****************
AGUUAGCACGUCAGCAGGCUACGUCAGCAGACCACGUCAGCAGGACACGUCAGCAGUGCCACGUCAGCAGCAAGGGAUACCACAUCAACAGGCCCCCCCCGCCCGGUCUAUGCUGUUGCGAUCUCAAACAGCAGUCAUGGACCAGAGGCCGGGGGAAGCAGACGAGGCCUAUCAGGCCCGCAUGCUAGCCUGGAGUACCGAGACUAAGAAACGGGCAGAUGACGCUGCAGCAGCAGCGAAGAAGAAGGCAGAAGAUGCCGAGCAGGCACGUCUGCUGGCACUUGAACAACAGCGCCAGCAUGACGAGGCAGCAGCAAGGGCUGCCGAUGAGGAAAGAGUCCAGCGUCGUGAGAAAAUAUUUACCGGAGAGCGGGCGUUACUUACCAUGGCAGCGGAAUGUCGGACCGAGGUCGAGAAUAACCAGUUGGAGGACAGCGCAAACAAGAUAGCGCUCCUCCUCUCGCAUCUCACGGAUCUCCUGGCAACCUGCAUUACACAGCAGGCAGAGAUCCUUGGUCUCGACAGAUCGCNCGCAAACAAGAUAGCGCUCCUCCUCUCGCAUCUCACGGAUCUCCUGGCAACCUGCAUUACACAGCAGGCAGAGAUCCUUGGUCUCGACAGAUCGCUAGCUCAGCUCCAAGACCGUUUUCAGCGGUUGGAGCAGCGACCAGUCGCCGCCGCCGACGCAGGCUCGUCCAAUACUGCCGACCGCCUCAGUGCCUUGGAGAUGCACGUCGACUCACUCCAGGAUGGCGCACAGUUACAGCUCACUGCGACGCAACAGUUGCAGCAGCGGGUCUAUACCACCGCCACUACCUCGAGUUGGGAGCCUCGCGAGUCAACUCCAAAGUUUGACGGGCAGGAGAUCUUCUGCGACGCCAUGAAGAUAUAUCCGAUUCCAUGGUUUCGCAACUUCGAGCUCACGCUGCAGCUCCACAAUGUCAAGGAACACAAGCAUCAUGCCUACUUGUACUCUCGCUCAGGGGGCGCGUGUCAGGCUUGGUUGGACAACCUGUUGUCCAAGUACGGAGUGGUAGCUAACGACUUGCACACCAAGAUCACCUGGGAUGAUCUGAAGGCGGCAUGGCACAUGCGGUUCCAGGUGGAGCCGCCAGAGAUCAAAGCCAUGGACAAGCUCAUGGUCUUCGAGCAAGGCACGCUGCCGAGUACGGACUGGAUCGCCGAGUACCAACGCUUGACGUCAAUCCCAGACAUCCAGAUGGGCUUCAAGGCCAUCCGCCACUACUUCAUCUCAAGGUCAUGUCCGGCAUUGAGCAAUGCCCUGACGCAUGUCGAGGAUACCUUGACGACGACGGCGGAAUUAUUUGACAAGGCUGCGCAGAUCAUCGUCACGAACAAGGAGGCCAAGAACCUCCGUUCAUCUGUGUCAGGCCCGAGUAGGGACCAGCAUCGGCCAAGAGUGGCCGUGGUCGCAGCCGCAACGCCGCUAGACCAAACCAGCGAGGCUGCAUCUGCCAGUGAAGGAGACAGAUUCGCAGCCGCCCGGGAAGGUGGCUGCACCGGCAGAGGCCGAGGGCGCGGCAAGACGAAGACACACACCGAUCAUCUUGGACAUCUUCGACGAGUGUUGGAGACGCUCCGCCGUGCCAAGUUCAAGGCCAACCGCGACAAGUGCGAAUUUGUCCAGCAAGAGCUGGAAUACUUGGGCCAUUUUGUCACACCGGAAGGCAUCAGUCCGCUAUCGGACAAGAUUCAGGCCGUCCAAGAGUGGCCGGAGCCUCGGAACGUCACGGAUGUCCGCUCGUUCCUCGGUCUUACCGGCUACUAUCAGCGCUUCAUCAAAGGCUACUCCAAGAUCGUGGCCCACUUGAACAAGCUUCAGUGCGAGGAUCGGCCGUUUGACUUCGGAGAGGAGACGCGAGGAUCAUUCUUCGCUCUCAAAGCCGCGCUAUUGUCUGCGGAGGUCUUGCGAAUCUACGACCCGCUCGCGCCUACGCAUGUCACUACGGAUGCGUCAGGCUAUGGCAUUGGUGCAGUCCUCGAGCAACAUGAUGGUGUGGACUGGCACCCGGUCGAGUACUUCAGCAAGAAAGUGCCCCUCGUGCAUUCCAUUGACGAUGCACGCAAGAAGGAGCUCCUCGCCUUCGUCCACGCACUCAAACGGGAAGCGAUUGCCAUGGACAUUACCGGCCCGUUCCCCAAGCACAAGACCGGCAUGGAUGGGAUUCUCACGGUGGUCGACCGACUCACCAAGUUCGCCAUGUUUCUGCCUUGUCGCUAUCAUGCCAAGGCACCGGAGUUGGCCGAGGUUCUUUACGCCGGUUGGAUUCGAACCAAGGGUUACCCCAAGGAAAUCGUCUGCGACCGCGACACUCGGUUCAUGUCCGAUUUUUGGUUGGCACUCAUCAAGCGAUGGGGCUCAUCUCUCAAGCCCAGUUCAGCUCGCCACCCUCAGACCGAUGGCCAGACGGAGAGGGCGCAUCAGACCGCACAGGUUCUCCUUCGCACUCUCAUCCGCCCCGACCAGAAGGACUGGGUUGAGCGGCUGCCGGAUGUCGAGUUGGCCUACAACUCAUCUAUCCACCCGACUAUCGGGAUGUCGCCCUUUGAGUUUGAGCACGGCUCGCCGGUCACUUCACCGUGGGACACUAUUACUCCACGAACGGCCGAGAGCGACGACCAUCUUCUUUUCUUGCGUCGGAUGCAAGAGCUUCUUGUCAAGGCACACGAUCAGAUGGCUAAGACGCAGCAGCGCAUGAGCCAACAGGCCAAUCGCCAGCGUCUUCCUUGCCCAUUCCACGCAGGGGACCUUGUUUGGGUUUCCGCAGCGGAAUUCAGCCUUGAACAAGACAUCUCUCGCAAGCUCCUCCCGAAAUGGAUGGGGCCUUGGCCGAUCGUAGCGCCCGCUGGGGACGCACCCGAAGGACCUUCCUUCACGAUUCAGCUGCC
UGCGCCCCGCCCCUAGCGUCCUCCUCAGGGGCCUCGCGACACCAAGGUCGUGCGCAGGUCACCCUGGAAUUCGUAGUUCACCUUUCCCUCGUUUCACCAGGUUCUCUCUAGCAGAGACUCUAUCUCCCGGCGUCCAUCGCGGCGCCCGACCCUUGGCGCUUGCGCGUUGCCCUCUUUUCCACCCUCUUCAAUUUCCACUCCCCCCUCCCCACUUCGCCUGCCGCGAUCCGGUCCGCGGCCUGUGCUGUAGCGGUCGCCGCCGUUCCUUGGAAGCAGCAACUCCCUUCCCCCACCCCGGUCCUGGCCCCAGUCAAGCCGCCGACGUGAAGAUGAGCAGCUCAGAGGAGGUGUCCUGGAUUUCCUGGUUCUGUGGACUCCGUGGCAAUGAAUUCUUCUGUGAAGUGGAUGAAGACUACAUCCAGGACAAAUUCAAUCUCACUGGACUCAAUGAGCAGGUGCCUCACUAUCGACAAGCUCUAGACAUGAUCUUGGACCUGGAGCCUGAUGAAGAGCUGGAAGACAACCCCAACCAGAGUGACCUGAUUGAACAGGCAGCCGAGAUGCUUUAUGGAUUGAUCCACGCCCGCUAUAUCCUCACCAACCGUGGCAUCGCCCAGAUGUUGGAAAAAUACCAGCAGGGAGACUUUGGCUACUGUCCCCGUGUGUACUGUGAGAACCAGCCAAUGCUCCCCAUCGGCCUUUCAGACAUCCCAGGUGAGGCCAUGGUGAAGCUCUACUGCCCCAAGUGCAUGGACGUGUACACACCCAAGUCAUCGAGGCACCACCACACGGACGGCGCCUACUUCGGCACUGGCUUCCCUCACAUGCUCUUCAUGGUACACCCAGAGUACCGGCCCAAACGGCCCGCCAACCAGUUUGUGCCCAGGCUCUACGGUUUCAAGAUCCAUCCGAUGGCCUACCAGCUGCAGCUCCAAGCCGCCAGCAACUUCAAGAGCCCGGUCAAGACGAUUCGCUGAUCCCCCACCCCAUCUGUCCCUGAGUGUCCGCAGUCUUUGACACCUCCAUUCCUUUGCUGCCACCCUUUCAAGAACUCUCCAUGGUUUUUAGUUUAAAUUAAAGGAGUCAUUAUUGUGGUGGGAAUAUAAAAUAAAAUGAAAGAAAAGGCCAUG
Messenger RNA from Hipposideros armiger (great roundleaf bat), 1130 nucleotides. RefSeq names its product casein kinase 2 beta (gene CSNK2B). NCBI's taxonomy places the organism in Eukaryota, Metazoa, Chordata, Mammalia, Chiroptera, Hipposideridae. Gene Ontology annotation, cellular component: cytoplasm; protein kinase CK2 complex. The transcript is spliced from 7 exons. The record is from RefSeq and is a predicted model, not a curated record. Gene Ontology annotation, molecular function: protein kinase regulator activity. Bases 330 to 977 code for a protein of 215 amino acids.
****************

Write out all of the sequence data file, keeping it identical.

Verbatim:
AGUUAGCACGUCAGCAGGCUACGUCAGCAGACCACGUCAGCAGGACACGUCAGCAGUGCCACGUCAGCAGCAAGGGAUACCACAUCAACAGGCCCCCCCCGCCCGGUCUAUGCUGUUGCGAUCUCAAACAGCAGUCAUGGACCAGAGGCCGGGGGAAGCAGACGAGGCCUAUCAGGCCCGCAUGCUAGCCUGGAGUACCGAGACUAAGAAACGGGCAGAUGACGCUGCAGCAGCAGCGAAGAAGAAGGCAGAAGAUGCCGAGCAGGCACGUCUGCUGGCACUUGAACAACAGCGCCAGCAUGACGAGGCAGCAGCAAGGGCUGCCGAUGAGGAAAGAGUCCAGCGUCGUGAGAAAAUAUUUACCGGAGAGCGGGCGUUACUUACCAUGGCAGCGGAAUGUCGGACCGAGGUCGAGAAUAACCAGUUGGAGGACAGCGCAAACAAGAUAGCGCUCCUCCUCUCGCAUCUCACGGAUCUCCUGGCAACCUGCAUUACACAGCAGGCAGAGAUCCUUGGUCUCGACAGAUCGCNCGCAAACAAGAUAGCGCUCCUCCUCUCGCAUCUCACGGAUCUCCUGGCAACCUGCAUUACACAGCAGGCAGAGAUCCUUGGUCUCGACAGAUCGCUAGCUCAGCUCCAAGACCGUUUUCAGCGGUUGGAGCAGCGACCAGUCGCCGCCGCCGACGCAGGCUCGUCCAAUACUGCCGACCGCCUCAGUGCCUUGGAGAUGCACGUCGACUCACUCCAGGAUGGCGCACAGUUACAGCUCACUGCGACGCAACAGUUGCAGCAGCGGGUCUAUACCACCGCCACUACCUCGAGUUGGGAGCCUCGCGAGUCAACUCCAAAGUUUGACGGGCAGGAGAUCUUCUGCGACGCCAUGAAGAUAUAUCCGAUUCCAUGGUUUCGCAACUUCGAGCUCACGCUGCAGCUCCACAAUGUCAAGGAACACAAGCAUCAUGCCUACUUGUACUCUCGCUCAGGGGGCGCGUGUCAGGCUUGGUUGGACAACCUGUUGUCCAAGUACGGAGUGGUAGCUAACGACUUGCACACCAAGAUCACCUGGGAUGAUCUGAAGGCGGCAUGGCACAUGCGGUUCCAGGUGGAGCCGCCAGAGAUCAAAGCCAUGGACAAGCUCAUGGUCUUCGAGCAAGGCACGCUGCCGAGUACGGACUGGAUCGCCGAGUACCAACGCUUGACGUCAAUCCCAGACAUCCAGAUGGGCUUCAAGGCCAUCCGCCACUACUUCAUCUCAAGGUCAUGUCCGGCAUUGAGCAAUGCCCUGACGCAUGUCGAGGAUACCUUGACGACGACGGCGGAAUUAUUUGACAAGGCUGCGCAGAUCAUCGUCACGAACAAGGAGGCCAAGAACCUCCGUUCAUCUGUGUCAGGCCCGAGUAGGGACCAGCAUCGGCCAAGAGUGGCCGUGGUCGCAGCCGCAACGCCGCUAGACCAAACCAGCGAGGCUGCAUCUGCCAGUGAAGGAGACAGAUUCGCAGCCGCCCGGGAAGGUGGCUGCACCGGCAGAGGCCGAGGGCGCGGCAAGACGAAGACACACACCGAUCAUCUUGGACAUCUUCGACGAGUGUUGGAGACGCUCCGCCGUGCCAAGUUCAAGGCCAACCGCGACAAGUGCGAAUUUGUCCAGCAAGAGCUGGAAUACUUGGGCCAUUUUGUCACACCGGAAGGCAUCAGUCCGCUAUCGGACAAGAUUCAGGCCGUCCAAGAGUGGCCGGAGCCUCGGAACGUCACGGAUGUCCGCUCGUUCCUCGGUCUUACCGGCUACUAUCAGCGCUUCAUCAAAGGCUACUCCAAGAUCGUGGCCCACUUGAACAAGCUUCAGUGCGAGGAUCGGCCGUUUGACUUCGGAGAGGAGACGCGAGGAUCAUUCUUCGCUCUCAAAGCCGCGCUAUUGUCUGCGGAGGUCUUGCGAAUCUACGACCCGCUCGCGCCUACGCAUGUCACUACGGAUGCGUCAGGCUAUGGCAUUGGUGCAGUCCUCGAGCAACAUGAUGGUGUGGACUGGCACCCGGUCGAGUACUUCAGCAAGAAAGUGCCCCUCGUGCAUUCCAUUGACGAUGCACGCAAGAAGGAGCUCCUCGCCUUCGUCCACGCACUCAAACGGGAAGCGAUUGCCAUGGACAUUACCGGCCCGUUCCCCAAGCACAAGACCGGCAUGGAUGGGAUUCUCACGGUGGUCGACCGACUCACCAAGUUCGCCAUGUUUCUGCCUUGUCGCUAUCAUGCCAAGGCACCGGAGUUGGCCGAGGUUCUUUACGCCGGUUGGAUUCGAACCAAGGGUUACCCCAAGGAAAUCGUCUGCGACCGCGACACUCGGUUCAUGUCCGAUUUUUGGUUGGCACUCAUCAAGCGAUGGGGCUCAUCUCUCAAGCCCAGUUCAGCUCGCCACCCUCAGACCGAUGGCCAGACGGAGAGGGCGCAUCAGACCGCACAGGUUCUCCUUCGCACUCUCAUCCGCCCCGACCAGAAGGACUGGGUUGAGCGGCUGCCGGAUGUCGAGUUGGCCUACAACUCAUCUAUCCACCCGACUAUCGGGAUGUCGCCCUUUGAGUUUGAGCACGGCUCGCCGGUCACUUCACCGUGGGACACUAUUACUCCACGAACGGCCGAGAGCGACGACCAUCUUCUUUUCUUGCGUCGGAUGCAAGAGCUUCUUGUCAAGGCACACGAUCAGAUGGCUAAGACGCAGCAGCGCAUGAGCCAACAGGCCAAUCGCCAGCGUCUUCCUUGCCCAUUCCACGCAGGGGACCUUGUUUGGGUUUCCGCAGCGGAAUUCAGCCUUGAACAAGACAUCUCUCGCAAGCUCCUCCCGAAAUGGAUGGGGCCUUGGCCGAUCGUAGCGCCCGCUGGGGACGCACCCGAAGGACCUUCCUUCACGAUUCAGCUGCC
UGCGCCCCGCCCCUAGCGUCCUCCUCAGGGGCCUCGCGACACCAAGGUCGUGCGCAGGUCACCCUGGAAUUCGUAGUUCACCUUUCCCUCGUUUCACCAGGUUCUCUCUAGCAGAGACUCUAUCUCCCGGCGUCCAUCGCGGCGCCCGACCCUUGGCGCUUGCGCGUUGCCCUCUUUUCCACCCUCUUCAAUUUCCACUCCCCCCUCCCCACUUCGCCUGCCGCGAUCCGGUCCGCGGCCUGUGCUGUAGCGGUCGCCGCCGUUCCUUGGAAGCAGCAACUCCCUUCCCCCACCCCGGUCCUGGCCCCAGUCAAGCCGCCGACGUGAAGAUGAGCAGCUCAGAGGAGGUGUCCUGGAUUUCCUGGUUCUGUGGACUCCGUGGCAAUGAAUUCUUCUGUGAAGUGGAUGAAGACUACAUCCAGGACAAAUUCAAUCUCACUGGACUCAAUGAGCAGGUGCCUCACUAUCGACAAGCUCUAGACAUGAUCUUGGACCUGGAGCCUGAUGAAGAGCUGGAAGACAACCCCAACCAGAGUGACCUGAUUGAACAGGCAGCCGAGAUGCUUUAUGGAUUGAUCCACGCCCGCUAUAUCCUCACCAACCGUGGCAUCGCCCAGAUGUUGGAAAAAUACCAGCAGGGAGACUUUGGCUACUGUCCCCGUGUGUACUGUGAGAACCAGCCAAUGCUCCCCAUCGGCCUUUCAGACAUCCCAGGUGAGGCCAUGGUGAAGCUCUACUGCCCCAAGUGCAUGGACGUGUACACACCCAAGUCAUCGAGGCACCACCACACGGACGGCGCCUACUUCGGCACUGGCUUCCCUCACAUGCUCUUCAUGGUACACCCAGAGUACCGGCCCAAACGGCCCGCCAACCAGUUUGUGCCCAGGCUCUACGGUUUCAAGAUCCAUCCGAUGGCCUACCAGCUGCAGCUCCAAGCCGCCAGCAACUUCAAGAGCCCGGUCAAGACGAUUCGCUGAUCCCCCACCCCAUCUGUCCCUGAGUGUCCGCAGUCUUUGACACCUCCAUUCCUUUGCUGCCACCCUUUCAAGAACUCUCCAUGGUUUUUAGUUUAAAUUAAAGGAGUCAUUAUUGUGGUGGGAAUAUAAAAUAAAAUGAAAGAAAAGGCCAUG
Messenger RNA from Hipposideros armiger (great roundleaf bat), 1130 nucleotides. RefSeq names its product casein kinase 2 beta (gene CSNK2B). NCBI's taxonomy places the organism in Eukaryota, Metazoa, Chordata, Mammalia, Chiroptera, Hipposideridae. Gene Ontology annotation, cellular component: cytoplasm; protein kinase CK2 complex. The transcript is spliced from 7 exons. The record is from RefSeq and is a predicted model, not a curated record. Gene Ontology annotation, molecular function: protein kinase regulator activity. Bases 330 to 977 code for a protein of 215 amino acids.